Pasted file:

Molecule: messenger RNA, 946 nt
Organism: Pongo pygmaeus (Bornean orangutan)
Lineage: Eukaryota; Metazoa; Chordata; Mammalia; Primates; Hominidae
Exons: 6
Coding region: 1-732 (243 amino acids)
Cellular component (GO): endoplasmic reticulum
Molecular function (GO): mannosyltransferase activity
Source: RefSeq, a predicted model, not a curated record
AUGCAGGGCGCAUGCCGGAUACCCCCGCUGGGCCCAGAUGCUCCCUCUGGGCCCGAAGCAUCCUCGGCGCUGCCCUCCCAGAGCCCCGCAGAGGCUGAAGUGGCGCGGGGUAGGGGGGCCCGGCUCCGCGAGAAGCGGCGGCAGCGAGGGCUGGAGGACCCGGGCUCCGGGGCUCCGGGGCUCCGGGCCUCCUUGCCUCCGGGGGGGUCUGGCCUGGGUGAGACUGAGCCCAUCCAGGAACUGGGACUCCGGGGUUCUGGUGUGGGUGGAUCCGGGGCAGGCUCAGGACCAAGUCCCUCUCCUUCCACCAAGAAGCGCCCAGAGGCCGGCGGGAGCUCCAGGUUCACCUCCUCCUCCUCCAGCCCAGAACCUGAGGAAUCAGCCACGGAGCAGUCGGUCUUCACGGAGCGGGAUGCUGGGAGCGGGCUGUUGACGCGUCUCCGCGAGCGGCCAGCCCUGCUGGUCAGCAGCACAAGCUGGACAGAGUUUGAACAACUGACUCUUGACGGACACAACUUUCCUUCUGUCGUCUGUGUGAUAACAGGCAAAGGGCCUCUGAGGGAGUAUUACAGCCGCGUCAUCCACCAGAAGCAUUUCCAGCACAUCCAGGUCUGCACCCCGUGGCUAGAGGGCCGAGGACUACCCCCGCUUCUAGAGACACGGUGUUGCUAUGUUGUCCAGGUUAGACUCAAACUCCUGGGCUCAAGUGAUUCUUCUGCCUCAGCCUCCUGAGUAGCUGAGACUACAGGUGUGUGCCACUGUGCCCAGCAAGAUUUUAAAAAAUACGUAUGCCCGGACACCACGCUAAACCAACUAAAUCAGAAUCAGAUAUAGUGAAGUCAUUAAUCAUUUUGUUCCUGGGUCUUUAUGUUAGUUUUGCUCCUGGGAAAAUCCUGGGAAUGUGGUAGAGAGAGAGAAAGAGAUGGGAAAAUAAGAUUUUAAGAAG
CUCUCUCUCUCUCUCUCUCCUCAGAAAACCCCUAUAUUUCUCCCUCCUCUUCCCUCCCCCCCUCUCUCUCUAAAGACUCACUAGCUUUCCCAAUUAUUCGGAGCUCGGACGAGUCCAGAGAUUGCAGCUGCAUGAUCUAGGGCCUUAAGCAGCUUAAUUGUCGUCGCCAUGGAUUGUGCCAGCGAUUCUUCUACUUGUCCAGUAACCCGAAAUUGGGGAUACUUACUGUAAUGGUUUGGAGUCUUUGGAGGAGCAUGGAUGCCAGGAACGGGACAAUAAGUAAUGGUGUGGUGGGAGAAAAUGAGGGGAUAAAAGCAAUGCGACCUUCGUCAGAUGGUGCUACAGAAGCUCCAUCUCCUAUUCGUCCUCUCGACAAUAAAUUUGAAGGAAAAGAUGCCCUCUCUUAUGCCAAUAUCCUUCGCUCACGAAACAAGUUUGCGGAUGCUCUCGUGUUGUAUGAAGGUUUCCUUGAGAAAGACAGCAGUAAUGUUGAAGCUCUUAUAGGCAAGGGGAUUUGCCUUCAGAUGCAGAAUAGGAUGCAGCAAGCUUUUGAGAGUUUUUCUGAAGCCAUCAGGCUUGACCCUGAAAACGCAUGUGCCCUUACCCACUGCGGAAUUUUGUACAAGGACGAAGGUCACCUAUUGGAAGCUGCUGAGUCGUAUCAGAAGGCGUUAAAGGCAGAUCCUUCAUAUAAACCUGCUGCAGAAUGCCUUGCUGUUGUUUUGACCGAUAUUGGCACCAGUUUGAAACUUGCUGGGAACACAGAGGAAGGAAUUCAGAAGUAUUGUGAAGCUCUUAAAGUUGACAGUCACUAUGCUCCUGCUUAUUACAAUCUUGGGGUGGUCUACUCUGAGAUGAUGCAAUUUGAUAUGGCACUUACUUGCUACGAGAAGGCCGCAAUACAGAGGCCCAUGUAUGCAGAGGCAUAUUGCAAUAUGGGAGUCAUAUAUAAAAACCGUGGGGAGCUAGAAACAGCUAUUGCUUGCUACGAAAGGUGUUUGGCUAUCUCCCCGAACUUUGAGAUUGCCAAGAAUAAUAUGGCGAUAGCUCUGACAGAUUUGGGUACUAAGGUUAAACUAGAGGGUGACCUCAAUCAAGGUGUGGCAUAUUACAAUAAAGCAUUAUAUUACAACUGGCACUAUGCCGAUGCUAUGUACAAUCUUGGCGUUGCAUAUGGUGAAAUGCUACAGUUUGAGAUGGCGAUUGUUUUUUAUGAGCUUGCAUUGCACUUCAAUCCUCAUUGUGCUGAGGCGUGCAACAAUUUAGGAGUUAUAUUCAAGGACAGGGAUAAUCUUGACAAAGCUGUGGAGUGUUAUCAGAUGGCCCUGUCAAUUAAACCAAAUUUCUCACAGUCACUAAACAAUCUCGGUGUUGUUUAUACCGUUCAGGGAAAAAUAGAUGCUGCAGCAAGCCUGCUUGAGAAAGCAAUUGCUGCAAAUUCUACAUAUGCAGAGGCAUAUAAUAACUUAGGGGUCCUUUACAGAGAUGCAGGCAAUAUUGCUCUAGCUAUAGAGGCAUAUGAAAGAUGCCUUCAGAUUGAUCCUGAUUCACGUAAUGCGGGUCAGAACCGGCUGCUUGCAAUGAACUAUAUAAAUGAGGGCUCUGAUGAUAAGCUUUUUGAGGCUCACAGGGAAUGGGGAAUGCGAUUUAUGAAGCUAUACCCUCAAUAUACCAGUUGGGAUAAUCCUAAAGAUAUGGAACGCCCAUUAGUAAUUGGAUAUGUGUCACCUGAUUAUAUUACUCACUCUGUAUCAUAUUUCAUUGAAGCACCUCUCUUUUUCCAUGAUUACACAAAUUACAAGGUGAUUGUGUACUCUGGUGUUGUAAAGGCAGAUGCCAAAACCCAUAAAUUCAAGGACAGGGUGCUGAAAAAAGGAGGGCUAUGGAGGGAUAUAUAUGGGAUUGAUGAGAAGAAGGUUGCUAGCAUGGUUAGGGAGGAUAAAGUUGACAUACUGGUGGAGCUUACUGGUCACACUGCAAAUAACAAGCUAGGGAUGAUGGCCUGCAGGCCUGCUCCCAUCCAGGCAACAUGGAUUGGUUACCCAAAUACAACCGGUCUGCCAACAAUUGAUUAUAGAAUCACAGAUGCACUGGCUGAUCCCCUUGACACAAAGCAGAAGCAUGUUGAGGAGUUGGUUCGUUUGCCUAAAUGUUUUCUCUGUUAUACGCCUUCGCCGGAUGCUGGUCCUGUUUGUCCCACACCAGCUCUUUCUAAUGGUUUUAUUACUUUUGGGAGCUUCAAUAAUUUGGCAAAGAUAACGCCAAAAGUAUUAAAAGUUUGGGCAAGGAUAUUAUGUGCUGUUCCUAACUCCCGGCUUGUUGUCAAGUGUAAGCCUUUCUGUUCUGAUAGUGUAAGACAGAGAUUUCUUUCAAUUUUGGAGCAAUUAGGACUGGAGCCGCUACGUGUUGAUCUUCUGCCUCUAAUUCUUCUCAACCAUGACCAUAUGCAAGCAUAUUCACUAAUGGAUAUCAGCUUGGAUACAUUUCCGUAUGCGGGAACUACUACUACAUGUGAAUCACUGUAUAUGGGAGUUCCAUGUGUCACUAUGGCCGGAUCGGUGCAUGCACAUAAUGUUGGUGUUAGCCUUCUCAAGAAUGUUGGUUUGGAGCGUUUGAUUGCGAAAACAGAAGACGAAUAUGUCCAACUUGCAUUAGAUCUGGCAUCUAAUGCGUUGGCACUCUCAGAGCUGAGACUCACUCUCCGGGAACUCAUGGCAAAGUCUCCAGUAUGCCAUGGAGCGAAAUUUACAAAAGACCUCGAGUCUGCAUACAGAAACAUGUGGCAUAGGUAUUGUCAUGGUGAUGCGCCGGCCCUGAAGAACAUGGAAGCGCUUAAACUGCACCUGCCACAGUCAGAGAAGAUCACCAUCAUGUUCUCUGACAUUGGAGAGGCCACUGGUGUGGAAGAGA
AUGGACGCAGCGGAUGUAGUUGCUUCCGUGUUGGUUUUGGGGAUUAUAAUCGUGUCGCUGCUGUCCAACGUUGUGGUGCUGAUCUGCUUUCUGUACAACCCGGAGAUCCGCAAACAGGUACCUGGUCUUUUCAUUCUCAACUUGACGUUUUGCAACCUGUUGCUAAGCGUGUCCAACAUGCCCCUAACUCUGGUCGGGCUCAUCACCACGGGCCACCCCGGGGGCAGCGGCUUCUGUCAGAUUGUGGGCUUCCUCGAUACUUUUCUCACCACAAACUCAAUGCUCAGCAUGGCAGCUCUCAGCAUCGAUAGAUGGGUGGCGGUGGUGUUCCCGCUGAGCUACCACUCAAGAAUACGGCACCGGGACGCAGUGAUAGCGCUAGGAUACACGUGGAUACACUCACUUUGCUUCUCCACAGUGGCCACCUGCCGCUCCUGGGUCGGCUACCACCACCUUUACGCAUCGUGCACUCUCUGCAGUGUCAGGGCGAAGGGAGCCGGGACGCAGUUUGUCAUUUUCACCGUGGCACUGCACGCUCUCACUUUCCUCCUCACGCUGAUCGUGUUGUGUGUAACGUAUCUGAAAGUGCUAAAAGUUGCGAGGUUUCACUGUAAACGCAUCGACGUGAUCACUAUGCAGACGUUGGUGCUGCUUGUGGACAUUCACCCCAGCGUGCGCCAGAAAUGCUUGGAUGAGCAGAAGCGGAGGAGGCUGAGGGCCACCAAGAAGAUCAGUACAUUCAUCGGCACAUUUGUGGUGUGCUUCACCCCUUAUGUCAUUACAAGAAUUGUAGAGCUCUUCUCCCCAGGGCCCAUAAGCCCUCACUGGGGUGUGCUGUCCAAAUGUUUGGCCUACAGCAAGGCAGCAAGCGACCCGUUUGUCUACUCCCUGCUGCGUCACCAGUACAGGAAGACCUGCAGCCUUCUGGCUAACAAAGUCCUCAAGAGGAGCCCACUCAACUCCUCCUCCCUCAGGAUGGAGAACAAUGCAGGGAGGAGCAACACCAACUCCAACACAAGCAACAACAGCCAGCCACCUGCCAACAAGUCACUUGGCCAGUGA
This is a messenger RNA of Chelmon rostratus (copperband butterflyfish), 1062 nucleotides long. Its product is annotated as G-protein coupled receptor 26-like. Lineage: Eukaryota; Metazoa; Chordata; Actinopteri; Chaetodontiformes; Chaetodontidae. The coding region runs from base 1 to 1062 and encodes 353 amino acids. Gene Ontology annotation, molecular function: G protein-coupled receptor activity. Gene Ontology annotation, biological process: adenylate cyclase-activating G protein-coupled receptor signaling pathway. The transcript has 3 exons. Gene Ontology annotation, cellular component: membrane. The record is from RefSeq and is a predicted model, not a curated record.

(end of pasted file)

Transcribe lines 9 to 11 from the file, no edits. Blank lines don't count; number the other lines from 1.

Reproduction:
AUGCAGGGCGCAUGCCGGAUACCCCCGCUGGGCCCAGAUGCUCCCUCUGGGCCCGAAGCAUCCUCGGCGCUGCCCUCCCAGAGCCCCGCAGAGGCUGAAGUGGCGCGGGGUAGGGGGGCCCGGCUCCGCGAGAAGCGGCGGCAGCGAGGGCUGGAGGACCCGGGCUCCGGGGCUCCGGGGCUCCGGGCCUCCUUGCCUCCGGGGGGGUCUGGCCUGGGUGAGACUGAGCCCAUCCAGGAACUGGGACUCCGGGGUUCUGGUGUGGGUGGAUCCGGGGCAGGCUCAGGACCAAGUCCCUCUCCUUCCACCAAGAAGCGCCCAGAGGCCGGCGGGAGCUCCAGGUUCACCUCCUCCUCCUCCAGCCCAGAACCUGAGGAAUCAGCCACGGAGCAGUCGGUCUUCACGGAGCGGGAUGCUGGGAGCGGGCUGUUGACGCGUCUCCGCGAGCGGCCAGCCCUGCUGGUCAGCAGCACAAGCUGGACAGAGUUUGAACAACUGACUCUUGACGGACACAACUUUCCUUCUGUCGUCUGUGUGAUAACAGGCAAAGGGCCUCUGAGGGAGUAUUACAGCCGCGUCAUCCACCAGAAGCAUUUCCAGCACAUCCAGGUCUGCACCCCGUGGCUAGAGGGCCGAGGACUACCCCCGCUUCUAGAGACACGGUGUUGCUAUGUUGUCCAGGUUAGACUCAAACUCCUGGGCUCAAGUGAUUCUUCUGCCUCAGCCUCCUGAGUAGCUGAGACUACAGGUGUGUGCCACUGUGCCCAGCAAGAUUUUAAAAAAUACGUAUGCCCGGACACCACGCUAAACCAACUAAAUCAGAAUCAGAUAUAGUGAAGUCAUUAAUCAUUUUGUUCCUGGGUCUUUAUGUUAGUUUUGCUCCUGGGAAAAUCCUGGGAAUGUGGUAGAGAGAGAGAAAGAGAUGGGAAAAUAAGAUUUUAAGAAG
CUCUCUCUCUCUCUCUCUCCUCAGAAAACCCCUAUAUUUCUCCCUCCUCUUCCCUCCCCCCCUCUCUCUCUAAAGACUCACUAGCUUUCCCAAUUAUUCGGAGCUCGGACGAGUCCAGAGAUUGCAGCUGCAUGAUCUAGGGCCUUAAGCAGCUUAAUUGUCGUCGCCAUGGAUUGUGCCAGCGAUUCUUCUACUUGUCCAGUAACCCGAAAUUGGGGAUACUUACUGUAAUGGUUUGGAGUCUUUGGAGGAGCAUGGAUGCCAGGAACGGGACAAUAAGUAAUGGUGUGGUGGGAGAAAAUGAGGGGAUAAAAGCAAUGCGACCUUCGUCAGAUGGUGCUACAGAAGCUCCAUCUCCUAUUCGUCCUCUCGACAAUAAAUUUGAAGGAAAAGAUGCCCUCUCUUAUGCCAAUAUCCUUCGCUCACGAAACAAGUUUGCGGAUGCUCUCGUGUUGUAUGAAGGUUUCCUUGAGAAAGACAGCAGUAAUGUUGAAGCUCUUAUAGGCAAGGGGAUUUGCCUUCAGAUGCAGAAUAGGAUGCAGCAAGCUUUUGAGAGUUUUUCUGAAGCCAUCAGGCUUGACCCUGAAAACGCAUGUGCCCUUACCCACUGCGGAAUUUUGUACAAGGACGAAGGUCACCUAUUGGAAGCUGCUGAGUCGUAUCAGAAGGCGUUAAAGGCAGAUCCUUCAUAUAAACCUGCUGCAGAAUGCCUUGCUGUUGUUUUGACCGAUAUUGGCACCAGUUUGAAACUUGCUGGGAACACAGAGGAAGGAAUUCAGAAGUAUUGUGAAGCUCUUAAAGUUGACAGUCACUAUGCUCCUGCUUAUUACAAUCUUGGGGUGGUCUACUCUGAGAUGAUGCAAUUUGAUAUGGCACUUACUUGCUACGAGAAGGCCGCAAUACAGAGGCCCAUGUAUGCAGAGGCAUAUUGCAAUAUGGGAGUCAUAUAUAAAAACCGUGGGGAGCUAGAAACAGCUAUUGCUUGCUACGAAAGGUGUUUGGCUAUCUCCCCGAACUUUGAGAUUGCCAAGAAUAAUAUGGCGAUAGCUCUGACAGAUUUGGGUACUAAGGUUAAACUAGAGGGUGACCUCAAUCAAGGUGUGGCAUAUUACAAUAAAGCAUUAUAUUACAACUGGCACUAUGCCGAUGCUAUGUACAAUCUUGGCGUUGCAUAUGGUGAAAUGCUACAGUUUGAGAUGGCGAUUGUUUUUUAUGAGCUUGCAUUGCACUUCAAUCCUCAUUGUGCUGAGGCGUGCAACAAUUUAGGAGUUAUAUUCAAGGACAGGGAUAAUCUUGACAAAGCUGUGGAGUGUUAUCAGAUGGCCCUGUCAAUUAAACCAAAUUUCUCACAGUCACUAAACAAUCUCGGUGUUGUUUAUACCGUUCAGGGAAAAAUAGAUGCUGCAGCAAGCCUGCUUGAGAAAGCAAUUGCUGCAAAUUCUACAUAUGCAGAGGCAUAUAAUAACUUAGGGGUCCUUUACAGAGAUGCAGGCAAUAUUGCUCUAGCUAUAGAGGCAUAUGAAAGAUGCCUUCAGAUUGAUCCUGAUUCACGUAAUGCGGGUCAGAACCGGCUGCUUGCAAUGAACUAUAUAAAUGAGGGCUCUGAUGAUAAGCUUUUUGAGGCUCACAGGGAAUGGGGAAUGCGAUUUAUGAAGCUAUACCCUCAAUAUACCAGUUGGGAUAAUCCUAAAGAUAUGGAACGCCCAUUAGUAAUUGGAUAUGUGUCACCUGAUUAUAUUACUCACUCUGUAUCAUAUUUCAUUGAAGCACCUCUCUUUUUCCAUGAUUACACAAAUUACAAGGUGAUUGUGUACUCUGGUGUUGUAAAGGCAGAUGCCAAAACCCAUAAAUUCAAGGACAGGGUGCUGAAAAAAGGAGGGCUAUGGAGGGAUAUAUAUGGGAUUGAUGAGAAGAAGGUUGCUAGCAUGGUUAGGGAGGAUAAAGUUGACAUACUGGUGGAGCUUACUGGUCACACUGCAAAUAACAAGCUAGGGAUGAUGGCCUGCAGGCCUGCUCCCAUCCAGGCAACAUGGAUUGGUUACCCAAAUACAACCGGUCUGCCAACAAUUGAUUAUAGAAUCACAGAUGCACUGGCUGAUCCCCUUGACACAAAGCAGAAGCAUGUUGAGGAGUUGGUUCGUUUGCCUAAAUGUUUUCUCUGUUAUACGCCUUCGCCGGAUGCUGGUCCUGUUUGUCCCACACCAGCUCUUUCUAAUGGUUUUAUUACUUUUGGGAGCUUCAAUAAUUUGGCAAAGAUAACGCCAAAAGUAUUAAAAGUUUGGGCAAGGAUAUUAUGUGCUGUUCCUAACUCCCGGCUUGUUGUCAAGUGUAAGCCUUUCUGUUCUGAUAGUGUAAGACAGAGAUUUCUUUCAAUUUUGGAGCAAUUAGGACUGGAGCCGCUACGUGUUGAUCUUCUGCCUCUAAUUCUUCUCAACCAUGACCAUAUGCAAGCAUAUUCACUAAUGGAUAUCAGCUUGGAUACAUUUCCGUAUGCGGGAACUACUACUACAUGUGAAUCACUGUAUAUGGGAGUUCCAUGUGUCACUAUGGCCGGAUCGGUGCAUGCACAUAAUGUUGGUGUUAGCCUUCUCAAGAAUGUUGGUUUGGAGCGUUUGAUUGCGAAAACAGAAGACGAAUAUGUCCAACUUGCAUUAGAUCUGGCAUCUAAUGCGUUGGCACUCUCAGAGCUGAGACUCACUCUCCGGGAACUCAUGGCAAAGUCUCCAGUAUGCCAUGGAGCGAAAUUUACAAAAGACCUCGAGUCUGCAUACAGAAACAUGUGGCAUAGGUAUUGUCAUGGUGAUGCGCCGGCCCUGAAGAACAUGGAAGCGCUUAAACUGCACCUGCCACAGUCAGAGAAGAUCACCAUCAUGUUCUCUGACAUUGGAGAGGCCACUGGUGUGGAAGAGA
AUGGACGCAGCGGAUGUAGUUGCUUCCGUGUUGGUUUUGGGGAUUAUAAUCGUGUCGCUGCUGUCCAACGUUGUGGUGCUGAUCUGCUUUCUGUACAACCCGGAGAUCCGCAAACAGGUACCUGGUCUUUUCAUUCUCAACUUGACGUUUUGCAACCUGUUGCUAAGCGUGUCCAACAUGCCCCUAACUCUGGUCGGGCUCAUCACCACGGGCCACCCCGGGGGCAGCGGCUUCUGUCAGAUUGUGGGCUUCCUCGAUACUUUUCUCACCACAAACUCAAUGCUCAGCAUGGCAGCUCUCAGCAUCGAUAGAUGGGUGGCGGUGGUGUUCCCGCUGAGCUACCACUCAAGAAUACGGCACCGGGACGCAGUGAUAGCGCUAGGAUACACGUGGAUACACUCACUUUGCUUCUCCACAGUGGCCACCUGCCGCUCCUGGGUCGGCUACCACCACCUUUACGCAUCGUGCACUCUCUGCAGUGUCAGGGCGAAGGGAGCCGGGACGCAGUUUGUCAUUUUCACCGUGGCACUGCACGCUCUCACUUUCCUCCUCACGCUGAUCGUGUUGUGUGUAACGUAUCUGAAAGUGCUAAAAGUUGCGAGGUUUCACUGUAAACGCAUCGACGUGAUCACUAUGCAGACGUUGGUGCUGCUUGUGGACAUUCACCCCAGCGUGCGCCAGAAAUGCUUGGAUGAGCAGAAGCGGAGGAGGCUGAGGGCCACCAAGAAGAUCAGUACAUUCAUCGGCACAUUUGUGGUGUGCUUCACCCCUUAUGUCAUUACAAGAAUUGUAGAGCUCUUCUCCCCAGGGCCCAUAAGCCCUCACUGGGGUGUGCUGUCCAAAUGUUUGGCCUACAGCAAGGCAGCAAGCGACCCGUUUGUCUACUCCCUGCUGCGUCACCAGUACAGGAAGACCUGCAGCCUUCUGGCUAACAAAGUCCUCAAGAGGAGCCCACUCAACUCCUCCUCCCUCAGGAUGGAGAACAAUGCAGGGAGGAGCAACACCAACUCCAACACAAGCAACAACAGCCAGCCACCUGCCAACAAGUCACUUGGCCAGUGA